United States District Court, M.D. Tennessee, Northeastern Division
STEPHEN A. FRANKS, Plaintiff,
NANCY BERRYHILL, Acting Commissioner of Social Security, Defendant.
NEWBERN MAGISTRATE JUDGE.
MEMORANDUM OF OPINION
H. SHARP, CHIEF JUDGE.
before the Court is Plaintiff Stephen A. Franks'
(“Franks”) Motion for Judgment on the
Administrative Record (“Motion”) (Doc. No. 16),
filed with a Memorandum in Support (Doc. No. 17). Defendant
Commissioner of Social Security (“Commissioner”)
filed a Response in Opposition to Franks' Motion (Docket
No. 19). This case was referred to Magistrate Judge Newbern,
but the Court hereby withdraws that referral. In addition,
upon consideration of the parties' filings and the
transcript of the administrative record (Doc. No. 11),
for the reasons given below, the Court will
DENY Franks' Motion.
November 8, 2010 Franks filed an application for Disability
Insurance Benefits (“DIB”) under Title II of the
Social Security Act and Supplemental Security Income
(“SSI”) under Title XVI of the Act, alleging a
disability onset of July 15, 2010. (A.R. 40.) Franks'
claim was denied at the initial and reconsideration stages of
state agency review. Franks subsequently requested de
novo review of his case by an Administrative Law Judge
(“ALJ”). The ALJ heard the case on June 6, 2012,
when Franks appeared, was represented by an attorney, and
gave testimony. (Id. at 54.) Testimony was also
received from an impartial vocational expert. At the
conclusion of the hearing, the matter was taken under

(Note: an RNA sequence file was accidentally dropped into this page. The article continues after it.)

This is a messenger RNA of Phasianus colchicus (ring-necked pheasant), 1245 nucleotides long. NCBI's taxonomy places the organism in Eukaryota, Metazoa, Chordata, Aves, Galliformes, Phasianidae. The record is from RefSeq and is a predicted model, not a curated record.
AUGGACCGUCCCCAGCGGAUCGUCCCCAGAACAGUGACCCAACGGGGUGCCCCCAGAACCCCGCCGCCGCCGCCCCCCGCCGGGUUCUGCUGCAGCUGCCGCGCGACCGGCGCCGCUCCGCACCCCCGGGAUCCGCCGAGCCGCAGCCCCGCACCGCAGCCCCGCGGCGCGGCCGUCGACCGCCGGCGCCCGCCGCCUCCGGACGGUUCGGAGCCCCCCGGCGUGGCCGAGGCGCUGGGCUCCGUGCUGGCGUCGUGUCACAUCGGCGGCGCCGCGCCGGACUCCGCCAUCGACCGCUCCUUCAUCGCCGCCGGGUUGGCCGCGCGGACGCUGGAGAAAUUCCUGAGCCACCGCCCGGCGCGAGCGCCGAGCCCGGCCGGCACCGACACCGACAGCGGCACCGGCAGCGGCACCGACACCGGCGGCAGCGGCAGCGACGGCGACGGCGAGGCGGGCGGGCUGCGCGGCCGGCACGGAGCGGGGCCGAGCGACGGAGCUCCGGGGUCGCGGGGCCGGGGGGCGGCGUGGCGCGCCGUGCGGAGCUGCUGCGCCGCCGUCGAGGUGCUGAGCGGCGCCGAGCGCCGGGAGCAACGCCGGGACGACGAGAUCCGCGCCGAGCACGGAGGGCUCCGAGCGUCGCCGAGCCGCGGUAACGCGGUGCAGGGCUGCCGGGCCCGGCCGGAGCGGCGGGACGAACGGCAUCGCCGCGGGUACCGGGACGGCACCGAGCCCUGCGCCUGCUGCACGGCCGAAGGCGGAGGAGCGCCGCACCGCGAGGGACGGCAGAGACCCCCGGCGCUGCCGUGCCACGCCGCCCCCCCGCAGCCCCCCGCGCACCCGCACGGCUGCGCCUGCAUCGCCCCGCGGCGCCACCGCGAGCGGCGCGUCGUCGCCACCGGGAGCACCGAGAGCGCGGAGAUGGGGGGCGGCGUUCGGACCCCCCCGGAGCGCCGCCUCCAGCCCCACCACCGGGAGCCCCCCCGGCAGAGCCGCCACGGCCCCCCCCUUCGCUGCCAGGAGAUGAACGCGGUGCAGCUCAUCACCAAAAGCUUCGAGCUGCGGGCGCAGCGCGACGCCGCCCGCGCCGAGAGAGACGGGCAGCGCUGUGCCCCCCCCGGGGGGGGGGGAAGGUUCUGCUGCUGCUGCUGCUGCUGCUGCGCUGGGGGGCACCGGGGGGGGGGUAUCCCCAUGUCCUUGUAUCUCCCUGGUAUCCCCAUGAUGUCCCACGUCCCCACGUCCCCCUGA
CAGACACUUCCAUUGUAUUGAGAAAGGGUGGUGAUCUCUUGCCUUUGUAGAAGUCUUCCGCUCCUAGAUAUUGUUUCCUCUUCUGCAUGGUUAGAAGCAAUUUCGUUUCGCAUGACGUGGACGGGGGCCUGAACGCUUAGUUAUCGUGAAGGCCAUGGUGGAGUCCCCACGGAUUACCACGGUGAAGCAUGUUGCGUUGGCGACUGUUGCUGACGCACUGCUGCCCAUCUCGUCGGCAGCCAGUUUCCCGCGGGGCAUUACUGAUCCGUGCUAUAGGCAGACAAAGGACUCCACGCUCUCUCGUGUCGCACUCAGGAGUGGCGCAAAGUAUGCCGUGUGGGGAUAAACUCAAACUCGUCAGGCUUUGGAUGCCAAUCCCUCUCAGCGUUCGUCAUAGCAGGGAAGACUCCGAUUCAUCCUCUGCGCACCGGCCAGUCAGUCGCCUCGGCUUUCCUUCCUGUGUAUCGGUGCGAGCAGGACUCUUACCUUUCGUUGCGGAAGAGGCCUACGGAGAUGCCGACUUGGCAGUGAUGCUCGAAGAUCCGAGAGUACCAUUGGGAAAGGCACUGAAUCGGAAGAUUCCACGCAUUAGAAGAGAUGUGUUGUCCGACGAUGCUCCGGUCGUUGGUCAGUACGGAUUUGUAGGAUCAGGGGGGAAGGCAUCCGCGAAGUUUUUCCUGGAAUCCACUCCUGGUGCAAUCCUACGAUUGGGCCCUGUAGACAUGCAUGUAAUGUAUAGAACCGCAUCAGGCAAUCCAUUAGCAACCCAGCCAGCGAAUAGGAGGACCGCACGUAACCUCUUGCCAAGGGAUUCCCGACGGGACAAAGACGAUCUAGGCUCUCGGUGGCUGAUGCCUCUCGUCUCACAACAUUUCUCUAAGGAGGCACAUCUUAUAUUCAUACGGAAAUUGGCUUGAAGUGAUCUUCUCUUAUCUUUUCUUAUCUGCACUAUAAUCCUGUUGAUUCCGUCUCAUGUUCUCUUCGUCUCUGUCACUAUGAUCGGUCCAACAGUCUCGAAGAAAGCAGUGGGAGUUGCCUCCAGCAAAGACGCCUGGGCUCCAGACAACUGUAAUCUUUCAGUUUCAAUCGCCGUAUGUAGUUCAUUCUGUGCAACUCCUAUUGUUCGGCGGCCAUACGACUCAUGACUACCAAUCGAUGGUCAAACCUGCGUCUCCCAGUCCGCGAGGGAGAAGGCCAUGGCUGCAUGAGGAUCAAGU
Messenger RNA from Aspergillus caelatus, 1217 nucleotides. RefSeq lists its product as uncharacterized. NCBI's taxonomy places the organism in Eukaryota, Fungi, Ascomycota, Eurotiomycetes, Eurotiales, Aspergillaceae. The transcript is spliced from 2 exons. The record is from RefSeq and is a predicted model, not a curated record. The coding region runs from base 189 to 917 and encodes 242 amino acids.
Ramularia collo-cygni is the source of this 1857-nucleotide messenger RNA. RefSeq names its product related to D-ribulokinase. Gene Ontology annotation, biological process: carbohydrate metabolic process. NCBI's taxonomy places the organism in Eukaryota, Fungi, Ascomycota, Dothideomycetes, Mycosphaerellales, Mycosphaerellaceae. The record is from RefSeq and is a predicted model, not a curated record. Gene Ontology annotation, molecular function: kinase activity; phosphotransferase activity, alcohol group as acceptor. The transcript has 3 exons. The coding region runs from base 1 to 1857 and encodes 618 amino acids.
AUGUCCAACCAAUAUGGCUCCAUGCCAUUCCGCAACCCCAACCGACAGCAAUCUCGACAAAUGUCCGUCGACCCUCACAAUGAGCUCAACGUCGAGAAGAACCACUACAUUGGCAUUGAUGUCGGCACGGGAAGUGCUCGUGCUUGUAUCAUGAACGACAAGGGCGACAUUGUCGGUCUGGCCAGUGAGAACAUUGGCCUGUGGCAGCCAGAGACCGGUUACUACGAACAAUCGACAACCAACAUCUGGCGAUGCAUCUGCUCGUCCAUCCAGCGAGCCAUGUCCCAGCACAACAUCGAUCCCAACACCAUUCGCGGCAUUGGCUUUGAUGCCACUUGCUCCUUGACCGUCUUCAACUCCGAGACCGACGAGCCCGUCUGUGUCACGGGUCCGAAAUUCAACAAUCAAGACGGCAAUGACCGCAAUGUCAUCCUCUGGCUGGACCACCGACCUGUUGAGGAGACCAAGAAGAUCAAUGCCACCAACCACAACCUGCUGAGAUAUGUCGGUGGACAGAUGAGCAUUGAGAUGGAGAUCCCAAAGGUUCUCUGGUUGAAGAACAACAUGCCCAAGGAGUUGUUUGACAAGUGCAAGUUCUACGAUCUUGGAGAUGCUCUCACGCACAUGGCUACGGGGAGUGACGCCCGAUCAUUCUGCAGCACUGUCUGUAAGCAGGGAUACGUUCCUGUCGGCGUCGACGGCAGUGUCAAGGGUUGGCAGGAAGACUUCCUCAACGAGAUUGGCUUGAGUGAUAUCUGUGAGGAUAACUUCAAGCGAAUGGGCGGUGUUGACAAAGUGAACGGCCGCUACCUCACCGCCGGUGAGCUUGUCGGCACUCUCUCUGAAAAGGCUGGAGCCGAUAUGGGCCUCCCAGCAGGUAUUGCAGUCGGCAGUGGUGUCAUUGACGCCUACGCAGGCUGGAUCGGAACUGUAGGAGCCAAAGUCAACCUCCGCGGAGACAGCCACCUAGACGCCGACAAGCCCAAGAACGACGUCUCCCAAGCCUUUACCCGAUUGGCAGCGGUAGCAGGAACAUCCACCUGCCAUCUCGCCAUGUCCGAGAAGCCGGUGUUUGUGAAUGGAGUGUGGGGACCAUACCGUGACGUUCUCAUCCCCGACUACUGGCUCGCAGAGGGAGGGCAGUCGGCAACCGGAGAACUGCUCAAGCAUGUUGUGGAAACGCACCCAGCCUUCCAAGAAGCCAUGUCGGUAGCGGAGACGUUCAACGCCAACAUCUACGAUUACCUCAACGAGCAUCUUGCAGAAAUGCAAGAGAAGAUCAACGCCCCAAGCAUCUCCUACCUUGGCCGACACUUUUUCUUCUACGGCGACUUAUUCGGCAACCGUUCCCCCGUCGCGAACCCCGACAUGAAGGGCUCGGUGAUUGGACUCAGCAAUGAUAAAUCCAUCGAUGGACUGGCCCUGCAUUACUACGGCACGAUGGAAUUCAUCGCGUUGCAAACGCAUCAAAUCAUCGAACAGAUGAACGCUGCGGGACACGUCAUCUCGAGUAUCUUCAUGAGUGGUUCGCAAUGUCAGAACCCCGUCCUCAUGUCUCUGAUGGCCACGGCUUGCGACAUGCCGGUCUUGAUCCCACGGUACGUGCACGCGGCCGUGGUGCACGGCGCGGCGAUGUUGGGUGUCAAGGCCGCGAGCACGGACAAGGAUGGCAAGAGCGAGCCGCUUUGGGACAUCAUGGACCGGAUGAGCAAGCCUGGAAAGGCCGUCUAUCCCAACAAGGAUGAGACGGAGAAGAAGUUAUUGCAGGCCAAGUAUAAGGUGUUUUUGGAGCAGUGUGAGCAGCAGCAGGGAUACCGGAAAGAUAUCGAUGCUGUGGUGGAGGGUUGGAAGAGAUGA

advisement until June 22, 2012, when the ALJ issued a written
decision finding Franks not disabled. (Id. at 40.)
That decision contains the following enumerated findings:
1. Franks meets the insured status requirements of the Social
Security Act through December 31, 2014.
2. Franks has not engaged in substantial gainful activity
since the alleged onset date (20 C.F.R. 404.1571 et
seq., and 416.971 et seq.).
3. Franks has the following severe impairments: mood disorder
with psychosis that is in remission (20 C.F.R. 404.1520(c)
4. Franks does not have an impairment or combination of
impairments that meets or medically equals the severity of
one of the listed impairments in 20 C.F.R. Part 404, Subpart
P, Appendix 1 (20 C.F.R. 404.1520(d), 404.1525, 404.1526,
416.920(d), 416.925 and 416.926).
5. Franks has no physical limitations to the residual
functional capacity (“RFC”) to perform work as
defined by 20 C.F.R. 404.1567(c) and 416.967(c). He is in a
regular day treatment program at the mental health center and
is limited to shift work. He is limited to unskilled work,
involving no detailed or complex work instructions. He can
tolerate no more than occasional interaction with
supervisors, coworkers, or the general public.
6. Franks can perform past relevant work as a material
handler, DOT #929.687-030. This work does not require the
performance of work-related activities precluded by his RFC,
as the vocation expert testified (20 C.F.R. 404-1565 and
7. Franks has not been under a disability within the meaning
of the Social Security Act from July 15, 2010 through the
date of this decision (20 C.F.R. 404.1520(f) and 416.920(f)).
(Id. at 42-49.)
December 24, 2013, the Appeals Council denied Franks'
request for review of the ALJ's decision, thereby
rendering that decision the final decision of the SSA.
(Id. at 4.) This civil action was thereafter timely
filed, and the Court has jurisdiction. 42 U.S.C. §
Review of Record
following summary of Franks' medical record is taken from
the ALJ's decision. (A.R. 45-48.)
[Franks] was involved in a court-ordered behavioral health
treatment program from July 7 to December 16, 1998; however
he failed to follow-up with treatment after August 20, 1998.
A psychiatric evaluation performed on May 9, 2000, indicated
that he had been hospitalized four times for suicidal
ideation and difficulty with anger control. His GAF at that
time was estimated at 52, consistent with moderate symptoms .
. . He was hospitalized from August 9 to August 17, 2001.
Inappropriate behavior has resulted in the hospital
admission, with discharge diagnoses noted for bipolar